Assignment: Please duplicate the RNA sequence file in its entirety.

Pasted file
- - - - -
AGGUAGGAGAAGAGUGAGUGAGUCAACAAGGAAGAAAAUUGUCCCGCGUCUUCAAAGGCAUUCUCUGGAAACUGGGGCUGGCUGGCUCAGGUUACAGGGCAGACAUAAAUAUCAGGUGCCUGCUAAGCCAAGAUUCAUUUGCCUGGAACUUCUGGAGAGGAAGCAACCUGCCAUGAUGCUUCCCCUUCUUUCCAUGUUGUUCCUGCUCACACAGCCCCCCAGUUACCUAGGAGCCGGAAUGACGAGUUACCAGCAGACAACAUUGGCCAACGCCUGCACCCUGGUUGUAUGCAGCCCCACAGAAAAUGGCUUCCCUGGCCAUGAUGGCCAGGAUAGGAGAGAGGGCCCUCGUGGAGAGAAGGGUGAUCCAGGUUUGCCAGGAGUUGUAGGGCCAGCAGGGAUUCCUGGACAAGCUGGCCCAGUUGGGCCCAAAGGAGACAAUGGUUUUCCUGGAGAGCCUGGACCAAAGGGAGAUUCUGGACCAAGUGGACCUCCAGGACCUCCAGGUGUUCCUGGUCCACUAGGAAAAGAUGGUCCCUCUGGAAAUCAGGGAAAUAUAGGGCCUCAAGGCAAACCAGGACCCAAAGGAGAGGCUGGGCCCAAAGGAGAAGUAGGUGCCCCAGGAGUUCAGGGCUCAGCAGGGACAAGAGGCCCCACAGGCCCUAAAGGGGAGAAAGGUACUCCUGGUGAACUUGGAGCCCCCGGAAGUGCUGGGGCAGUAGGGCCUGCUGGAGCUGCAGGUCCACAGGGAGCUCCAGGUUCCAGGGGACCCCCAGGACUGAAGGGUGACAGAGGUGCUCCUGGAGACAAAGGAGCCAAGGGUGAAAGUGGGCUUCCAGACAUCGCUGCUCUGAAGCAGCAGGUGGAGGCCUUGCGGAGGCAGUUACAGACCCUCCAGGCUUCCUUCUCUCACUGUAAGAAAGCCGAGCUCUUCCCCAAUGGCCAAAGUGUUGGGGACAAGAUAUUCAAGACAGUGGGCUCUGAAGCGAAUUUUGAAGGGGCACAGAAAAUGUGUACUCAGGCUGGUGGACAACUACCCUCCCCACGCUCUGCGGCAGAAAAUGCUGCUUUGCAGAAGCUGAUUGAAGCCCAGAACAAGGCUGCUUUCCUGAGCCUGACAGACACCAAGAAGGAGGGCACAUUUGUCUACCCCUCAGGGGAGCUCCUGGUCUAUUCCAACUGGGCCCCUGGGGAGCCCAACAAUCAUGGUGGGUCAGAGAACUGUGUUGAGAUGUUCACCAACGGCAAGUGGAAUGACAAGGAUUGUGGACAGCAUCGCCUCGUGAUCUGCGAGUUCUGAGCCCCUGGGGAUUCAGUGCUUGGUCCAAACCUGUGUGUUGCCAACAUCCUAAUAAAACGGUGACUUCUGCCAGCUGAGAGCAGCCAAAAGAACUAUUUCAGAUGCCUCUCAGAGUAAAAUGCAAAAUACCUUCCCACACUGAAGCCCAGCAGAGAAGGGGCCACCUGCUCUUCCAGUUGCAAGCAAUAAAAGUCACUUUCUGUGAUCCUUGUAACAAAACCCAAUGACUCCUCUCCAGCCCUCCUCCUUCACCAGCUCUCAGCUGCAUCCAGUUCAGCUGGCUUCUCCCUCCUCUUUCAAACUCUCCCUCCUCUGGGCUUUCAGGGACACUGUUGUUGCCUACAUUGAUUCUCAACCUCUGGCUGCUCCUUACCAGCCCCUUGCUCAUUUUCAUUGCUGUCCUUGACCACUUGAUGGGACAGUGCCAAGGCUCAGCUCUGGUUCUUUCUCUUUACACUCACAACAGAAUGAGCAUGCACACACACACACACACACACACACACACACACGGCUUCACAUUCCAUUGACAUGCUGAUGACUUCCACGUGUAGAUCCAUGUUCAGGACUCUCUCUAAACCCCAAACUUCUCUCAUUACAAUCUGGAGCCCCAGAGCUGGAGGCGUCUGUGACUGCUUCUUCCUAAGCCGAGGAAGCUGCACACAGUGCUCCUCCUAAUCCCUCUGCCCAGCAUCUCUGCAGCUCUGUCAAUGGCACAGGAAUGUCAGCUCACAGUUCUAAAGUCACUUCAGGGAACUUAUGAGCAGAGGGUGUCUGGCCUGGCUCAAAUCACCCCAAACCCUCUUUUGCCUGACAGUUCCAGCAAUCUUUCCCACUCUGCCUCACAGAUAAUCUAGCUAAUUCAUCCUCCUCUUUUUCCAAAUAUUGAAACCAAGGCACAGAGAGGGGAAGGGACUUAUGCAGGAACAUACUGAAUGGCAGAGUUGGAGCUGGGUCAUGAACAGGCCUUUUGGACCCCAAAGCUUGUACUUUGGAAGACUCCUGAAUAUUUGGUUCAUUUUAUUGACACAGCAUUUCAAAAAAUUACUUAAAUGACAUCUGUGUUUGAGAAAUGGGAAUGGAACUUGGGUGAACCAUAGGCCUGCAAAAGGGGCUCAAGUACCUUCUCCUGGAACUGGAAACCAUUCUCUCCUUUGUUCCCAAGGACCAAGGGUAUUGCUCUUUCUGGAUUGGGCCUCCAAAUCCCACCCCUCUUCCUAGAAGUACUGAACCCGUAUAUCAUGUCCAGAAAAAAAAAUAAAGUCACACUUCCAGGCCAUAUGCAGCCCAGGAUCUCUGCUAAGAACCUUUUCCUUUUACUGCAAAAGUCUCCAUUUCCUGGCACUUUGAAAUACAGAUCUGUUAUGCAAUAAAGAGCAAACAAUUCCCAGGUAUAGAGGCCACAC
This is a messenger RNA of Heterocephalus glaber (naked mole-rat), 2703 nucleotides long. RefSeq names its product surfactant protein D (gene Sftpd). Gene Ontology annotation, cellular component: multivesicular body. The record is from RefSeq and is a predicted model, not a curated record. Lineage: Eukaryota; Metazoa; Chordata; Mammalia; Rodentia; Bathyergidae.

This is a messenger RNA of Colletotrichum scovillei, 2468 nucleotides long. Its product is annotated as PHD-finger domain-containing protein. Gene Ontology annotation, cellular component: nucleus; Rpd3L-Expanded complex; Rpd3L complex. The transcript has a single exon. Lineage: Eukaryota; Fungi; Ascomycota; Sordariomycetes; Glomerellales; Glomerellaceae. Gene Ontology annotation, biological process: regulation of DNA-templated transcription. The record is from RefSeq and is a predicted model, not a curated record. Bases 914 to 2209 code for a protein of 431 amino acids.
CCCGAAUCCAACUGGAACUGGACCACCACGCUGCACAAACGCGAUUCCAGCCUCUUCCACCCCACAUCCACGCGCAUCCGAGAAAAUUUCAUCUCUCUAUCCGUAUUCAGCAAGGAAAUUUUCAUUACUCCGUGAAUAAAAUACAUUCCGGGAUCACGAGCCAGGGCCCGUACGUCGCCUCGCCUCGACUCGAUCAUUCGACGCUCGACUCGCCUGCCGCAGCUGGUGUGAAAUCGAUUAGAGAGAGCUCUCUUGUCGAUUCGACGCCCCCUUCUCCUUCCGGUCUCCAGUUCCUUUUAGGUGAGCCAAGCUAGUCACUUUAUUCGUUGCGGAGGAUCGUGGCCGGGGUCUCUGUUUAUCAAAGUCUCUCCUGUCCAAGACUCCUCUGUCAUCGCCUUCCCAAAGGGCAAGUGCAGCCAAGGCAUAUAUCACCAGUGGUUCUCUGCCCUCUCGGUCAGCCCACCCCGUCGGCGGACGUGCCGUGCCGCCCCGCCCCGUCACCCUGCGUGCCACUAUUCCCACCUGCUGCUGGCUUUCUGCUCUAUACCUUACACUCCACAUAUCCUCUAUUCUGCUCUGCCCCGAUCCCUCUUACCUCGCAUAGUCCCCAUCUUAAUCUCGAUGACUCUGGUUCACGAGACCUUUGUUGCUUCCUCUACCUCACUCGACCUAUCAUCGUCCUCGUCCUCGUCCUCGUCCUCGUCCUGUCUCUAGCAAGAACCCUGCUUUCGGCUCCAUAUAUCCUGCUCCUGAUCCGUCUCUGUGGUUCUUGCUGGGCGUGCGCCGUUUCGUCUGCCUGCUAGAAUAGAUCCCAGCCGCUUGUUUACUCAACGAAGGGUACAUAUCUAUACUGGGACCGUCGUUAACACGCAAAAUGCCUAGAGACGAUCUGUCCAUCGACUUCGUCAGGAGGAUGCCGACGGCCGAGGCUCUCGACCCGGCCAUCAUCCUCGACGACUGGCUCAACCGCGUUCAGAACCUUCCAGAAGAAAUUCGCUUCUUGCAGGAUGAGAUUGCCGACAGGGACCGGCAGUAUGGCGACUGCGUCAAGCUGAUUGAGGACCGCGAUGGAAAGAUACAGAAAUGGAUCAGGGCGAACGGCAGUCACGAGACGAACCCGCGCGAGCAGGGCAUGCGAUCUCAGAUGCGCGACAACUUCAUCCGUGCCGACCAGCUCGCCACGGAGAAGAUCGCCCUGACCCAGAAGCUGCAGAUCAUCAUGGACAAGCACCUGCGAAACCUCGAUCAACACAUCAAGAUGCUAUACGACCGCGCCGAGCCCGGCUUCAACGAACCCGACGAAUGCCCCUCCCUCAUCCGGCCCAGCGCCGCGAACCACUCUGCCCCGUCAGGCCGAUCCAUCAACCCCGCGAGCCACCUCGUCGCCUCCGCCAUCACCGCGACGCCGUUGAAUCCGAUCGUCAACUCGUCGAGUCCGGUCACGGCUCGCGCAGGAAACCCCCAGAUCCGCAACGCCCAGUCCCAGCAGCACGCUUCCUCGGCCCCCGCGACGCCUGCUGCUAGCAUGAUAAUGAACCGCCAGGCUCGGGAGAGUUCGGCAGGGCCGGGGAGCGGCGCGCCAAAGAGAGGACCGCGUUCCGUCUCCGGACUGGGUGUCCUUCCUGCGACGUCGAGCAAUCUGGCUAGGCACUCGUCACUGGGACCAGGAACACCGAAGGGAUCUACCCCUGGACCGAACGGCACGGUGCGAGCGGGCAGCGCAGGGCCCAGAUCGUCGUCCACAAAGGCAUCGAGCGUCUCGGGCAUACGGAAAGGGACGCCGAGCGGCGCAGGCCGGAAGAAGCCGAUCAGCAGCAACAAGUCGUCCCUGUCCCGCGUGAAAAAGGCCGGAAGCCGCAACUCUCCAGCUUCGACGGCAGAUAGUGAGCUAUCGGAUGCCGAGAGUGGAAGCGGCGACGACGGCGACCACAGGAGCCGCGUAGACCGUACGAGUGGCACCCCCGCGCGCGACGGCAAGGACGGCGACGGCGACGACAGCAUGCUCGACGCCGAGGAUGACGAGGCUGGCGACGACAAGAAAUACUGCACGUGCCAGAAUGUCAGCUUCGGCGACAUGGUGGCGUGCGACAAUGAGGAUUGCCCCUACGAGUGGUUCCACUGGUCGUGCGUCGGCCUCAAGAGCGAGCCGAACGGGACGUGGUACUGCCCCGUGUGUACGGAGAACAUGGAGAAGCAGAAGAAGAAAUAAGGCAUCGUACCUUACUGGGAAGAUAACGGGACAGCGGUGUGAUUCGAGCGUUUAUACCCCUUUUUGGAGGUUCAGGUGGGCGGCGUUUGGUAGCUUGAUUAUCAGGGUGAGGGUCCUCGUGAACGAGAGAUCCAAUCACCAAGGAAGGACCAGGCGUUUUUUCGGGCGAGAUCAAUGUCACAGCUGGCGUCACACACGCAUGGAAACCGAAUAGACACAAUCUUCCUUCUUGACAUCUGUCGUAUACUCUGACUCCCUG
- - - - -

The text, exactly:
AGGUAGGAGAAGAGUGAGUGAGUCAACAAGGAAGAAAAUUGUCCCGCGUCUUCAAAGGCAUUCUCUGGAAACUGGGGCUGGCUGGCUCAGGUUACAGGGCAGACAUAAAUAUCAGGUGCCUGCUAAGCCAAGAUUCAUUUGCCUGGAACUUCUGGAGAGGAAGCAACCUGCCAUGAUGCUUCCCCUUCUUUCCAUGUUGUUCCUGCUCACACAGCCCCCCAGUUACCUAGGAGCCGGAAUGACGAGUUACCAGCAGACAACAUUGGCCAACGCCUGCACCCUGGUUGUAUGCAGCCCCACAGAAAAUGGCUUCCCUGGCCAUGAUGGCCAGGAUAGGAGAGAGGGCCCUCGUGGAGAGAAGGGUGAUCCAGGUUUGCCAGGAGUUGUAGGGCCAGCAGGGAUUCCUGGACAAGCUGGCCCAGUUGGGCCCAAAGGAGACAAUGGUUUUCCUGGAGAGCCUGGACCAAAGGGAGAUUCUGGACCAAGUGGACCUCCAGGACCUCCAGGUGUUCCUGGUCCACUAGGAAAAGAUGGUCCCUCUGGAAAUCAGGGAAAUAUAGGGCCUCAAGGCAAACCAGGACCCAAAGGAGAGGCUGGGCCCAAAGGAGAAGUAGGUGCCCCAGGAGUUCAGGGCUCAGCAGGGACAAGAGGCCCCACAGGCCCUAAAGGGGAGAAAGGUACUCCUGGUGAACUUGGAGCCCCCGGAAGUGCUGGGGCAGUAGGGCCUGCUGGAGCUGCAGGUCCACAGGGAGCUCCAGGUUCCAGGGGACCCCCAGGACUGAAGGGUGACAGAGGUGCUCCUGGAGACAAAGGAGCCAAGGGUGAAAGUGGGCUUCCAGACAUCGCUGCUCUGAAGCAGCAGGUGGAGGCCUUGCGGAGGCAGUUACAGACCCUCCAGGCUUCCUUCUCUCACUGUAAGAAAGCCGAGCUCUUCCCCAAUGGCCAAAGUGUUGGGGACAAGAUAUUCAAGACAGUGGGCUCUGAAGCGAAUUUUGAAGGGGCACAGAAAAUGUGUACUCAGGCUGGUGGACAACUACCCUCCCCACGCUCUGCGGCAGAAAAUGCUGCUUUGCAGAAGCUGAUUGAAGCCCAGAACAAGGCUGCUUUCCUGAGCCUGACAGACACCAAGAAGGAGGGCACAUUUGUCUACCCCUCAGGGGAGCUCCUGGUCUAUUCCAACUGGGCCCCUGGGGAGCCCAACAAUCAUGGUGGGUCAGAGAACUGUGUUGAGAUGUUCACCAACGGCAAGUGGAAUGACAAGGAUUGUGGACAGCAUCGCCUCGUGAUCUGCGAGUUCUGAGCCCCUGGGGAUUCAGUGCUUGGUCCAAACCUGUGUGUUGCCAACAUCCUAAUAAAACGGUGACUUCUGCCAGCUGAGAGCAGCCAAAAGAACUAUUUCAGAUGCCUCUCAGAGUAAAAUGCAAAAUACCUUCCCACACUGAAGCCCAGCAGAGAAGGGGCCACCUGCUCUUCCAGUUGCAAGCAAUAAAAGUCACUUUCUGUGAUCCUUGUAACAAAACCCAAUGACUCCUCUCCAGCCCUCCUCCUUCACCAGCUCUCAGCUGCAUCCAGUUCAGCUGGCUUCUCCCUCCUCUUUCAAACUCUCCCUCCUCUGGGCUUUCAGGGACACUGUUGUUGCCUACAUUGAUUCUCAACCUCUGGCUGCUCCUUACCAGCCCCUUGCUCAUUUUCAUUGCUGUCCUUGACCACUUGAUGGGACAGUGCCAAGGCUCAGCUCUGGUUCUUUCUCUUUACACUCACAACAGAAUGAGCAUGCACACACACACACACACACACACACACACACACGGCUUCACAUUCCAUUGACAUGCUGAUGACUUCCACGUGUAGAUCCAUGUUCAGGACUCUCUCUAAACCCCAAACUUCUCUCAUUACAAUCUGGAGCCCCAGAGCUGGAGGCGUCUGUGACUGCUUCUUCCUAAGCCGAGGAAGCUGCACACAGUGCUCCUCCUAAUCCCUCUGCCCAGCAUCUCUGCAGCUCUGUCAAUGGCACAGGAAUGUCAGCUCACAGUUCUAAAGUCACUUCAGGGAACUUAUGAGCAGAGGGUGUCUGGCCUGGCUCAAAUCACCCCAAACCCUCUUUUGCCUGACAGUUCCAGCAAUCUUUCCCACUCUGCCUCACAGAUAAUCUAGCUAAUUCAUCCUCCUCUUUUUCCAAAUAUUGAAACCAAGGCACAGAGAGGGGAAGGGACUUAUGCAGGAACAUACUGAAUGGCAGAGUUGGAGCUGGGUCAUGAACAGGCCUUUUGGACCCCAAAGCUUGUACUUUGGAAGACUCCUGAAUAUUUGGUUCAUUUUAUUGACACAGCAUUUCAAAAAAUUACUUAAAUGACAUCUGUGUUUGAGAAAUGGGAAUGGAACUUGGGUGAACCAUAGGCCUGCAAAAGGGGCUCAAGUACCUUCUCCUGGAACUGGAAACCAUUCUCUCCUUUGUUCCCAAGGACCAAGGGUAUUGCUCUUUCUGGAUUGGGCCUCCAAAUCCCACCCCUCUUCCUAGAAGUACUGAACCCGUAUAUCAUGUCCAGAAAAAAAAAUAAAGUCACACUUCCAGGCCAUAUGCAGCCCAGGAUCUCUGCUAAGAACCUUUUCCUUUUACUGCAAAAGUCUCCAUUUCCUGGCACUUUGAAAUACAGAUCUGUUAUGCAAUAAAGAGCAAACAAUUCCCAGGUAUAGAGGCCACAC
This is a messenger RNA of Heterocephalus glaber (naked mole-rat), 2703 nucleotides long. RefSeq names its product surfactant protein D (gene Sftpd). Gene Ontology annotation, cellular component: multivesicular body. The record is from RefSeq and is a predicted model, not a curated record. Lineage: Eukaryota; Metazoa; Chordata; Mammalia; Rodentia; Bathyergidae.

This is a messenger RNA of Colletotrichum scovillei, 2468 nucleotides long. Its product is annotated as PHD-finger domain-containing protein. Gene Ontology annotation, cellular component: nucleus; Rpd3L-Expanded complex; Rpd3L complex. The transcript has a single exon. Lineage: Eukaryota; Fungi; Ascomycota; Sordariomycetes; Glomerellales; Glomerellaceae. Gene Ontology annotation, biological process: regulation of DNA-templated transcription. The record is from RefSeq and is a predicted model, not a curated record. Bases 914 to 2209 code for a protein of 431 amino acids.
CCCGAAUCCAACUGGAACUGGACCACCACGCUGCACAAACGCGAUUCCAGCCUCUUCCACCCCACAUCCACGCGCAUCCGAGAAAAUUUCAUCUCUCUAUCCGUAUUCAGCAAGGAAAUUUUCAUUACUCCGUGAAUAAAAUACAUUCCGGGAUCACGAGCCAGGGCCCGUACGUCGCCUCGCCUCGACUCGAUCAUUCGACGCUCGACUCGCCUGCCGCAGCUGGUGUGAAAUCGAUUAGAGAGAGCUCUCUUGUCGAUUCGACGCCCCCUUCUCCUUCCGGUCUCCAGUUCCUUUUAGGUGAGCCAAGCUAGUCACUUUAUUCGUUGCGGAGGAUCGUGGCCGGGGUCUCUGUUUAUCAAAGUCUCUCCUGUCCAAGACUCCUCUGUCAUCGCCUUCCCAAAGGGCAAGUGCAGCCAAGGCAUAUAUCACCAGUGGUUCUCUGCCCUCUCGGUCAGCCCACCCCGUCGGCGGACGUGCCGUGCCGCCCCGCCCCGUCACCCUGCGUGCCACUAUUCCCACCUGCUGCUGGCUUUCUGCUCUAUACCUUACACUCCACAUAUCCUCUAUUCUGCUCUGCCCCGAUCCCUCUUACCUCGCAUAGUCCCCAUCUUAAUCUCGAUGACUCUGGUUCACGAGACCUUUGUUGCUUCCUCUACCUCACUCGACCUAUCAUCGUCCUCGUCCUCGUCCUCGUCCUCGUCCUGUCUCUAGCAAGAACCCUGCUUUCGGCUCCAUAUAUCCUGCUCCUGAUCCGUCUCUGUGGUUCUUGCUGGGCGUGCGCCGUUUCGUCUGCCUGCUAGAAUAGAUCCCAGCCGCUUGUUUACUCAACGAAGGGUACAUAUCUAUACUGGGACCGUCGUUAACACGCAAAAUGCCUAGAGACGAUCUGUCCAUCGACUUCGUCAGGAGGAUGCCGACGGCCGAGGCUCUCGACCCGGCCAUCAUCCUCGACGACUGGCUCAACCGCGUUCAGAACCUUCCAGAAGAAAUUCGCUUCUUGCAGGAUGAGAUUGCCGACAGGGACCGGCAGUAUGGCGACUGCGUCAAGCUGAUUGAGGACCGCGAUGGAAAGAUACAGAAAUGGAUCAGGGCGAACGGCAGUCACGAGACGAACCCGCGCGAGCAGGGCAUGCGAUCUCAGAUGCGCGACAACUUCAUCCGUGCCGACCAGCUCGCCACGGAGAAGAUCGCCCUGACCCAGAAGCUGCAGAUCAUCAUGGACAAGCACCUGCGAAACCUCGAUCAACACAUCAAGAUGCUAUACGACCGCGCCGAGCCCGGCUUCAACGAACCCGACGAAUGCCCCUCCCUCAUCCGGCCCAGCGCCGCGAACCACUCUGCCCCGUCAGGCCGAUCCAUCAACCCCGCGAGCCACCUCGUCGCCUCCGCCAUCACCGCGACGCCGUUGAAUCCGAUCGUCAACUCGUCGAGUCCGGUCACGGCUCGCGCAGGAAACCCCCAGAUCCGCAACGCCCAGUCCCAGCAGCACGCUUCCUCGGCCCCCGCGACGCCUGCUGCUAGCAUGAUAAUGAACCGCCAGGCUCGGGAGAGUUCGGCAGGGCCGGGGAGCGGCGCGCCAAAGAGAGGACCGCGUUCCGUCUCCGGACUGGGUGUCCUUCCUGCGACGUCGAGCAAUCUGGCUAGGCACUCGUCACUGGGACCAGGAACACCGAAGGGAUCUACCCCUGGACCGAACGGCACGGUGCGAGCGGGCAGCGCAGGGCCCAGAUCGUCGUCCACAAAGGCAUCGAGCGUCUCGGGCAUACGGAAAGGGACGCCGAGCGGCGCAGGCCGGAAGAAGCCGAUCAGCAGCAACAAGUCGUCCCUGUCCCGCGUGAAAAAGGCCGGAAGCCGCAACUCUCCAGCUUCGACGGCAGAUAGUGAGCUAUCGGAUGCCGAGAGUGGAAGCGGCGACGACGGCGACCACAGGAGCCGCGUAGACCGUACGAGUGGCACCCCCGCGCGCGACGGCAAGGACGGCGACGGCGACGACAGCAUGCUCGACGCCGAGGAUGACGAGGCUGGCGACGACAAGAAAUACUGCACGUGCCAGAAUGUCAGCUUCGGCGACAUGGUGGCGUGCGACAAUGAGGAUUGCCCCUACGAGUGGUUCCACUGGUCGUGCGUCGGCCUCAAGAGCGAGCCGAACGGGACGUGGUACUGCCCCGUGUGUACGGAGAACAUGGAGAAGCAGAAGAAGAAAUAAGGCAUCGUACCUUACUGGGAAGAUAACGGGACAGCGGUGUGAUUCGAGCGUUUAUACCCCUUUUUGGAGGUUCAGGUGGGCGGCGUUUGGUAGCUUGAUUAUCAGGGUGAGGGUCCUCGUGAACGAGAGAUCCAAUCACCAAGGAAGGACCAGGCGUUUUUUCGGGCGAGAUCAAUGUCACAGCUGGCGUCACACACGCAUGGAAACCGAAUAGACACAAUCUUCCUUCUUGACAUCUGUCGUAUACUCUGACUCCCUG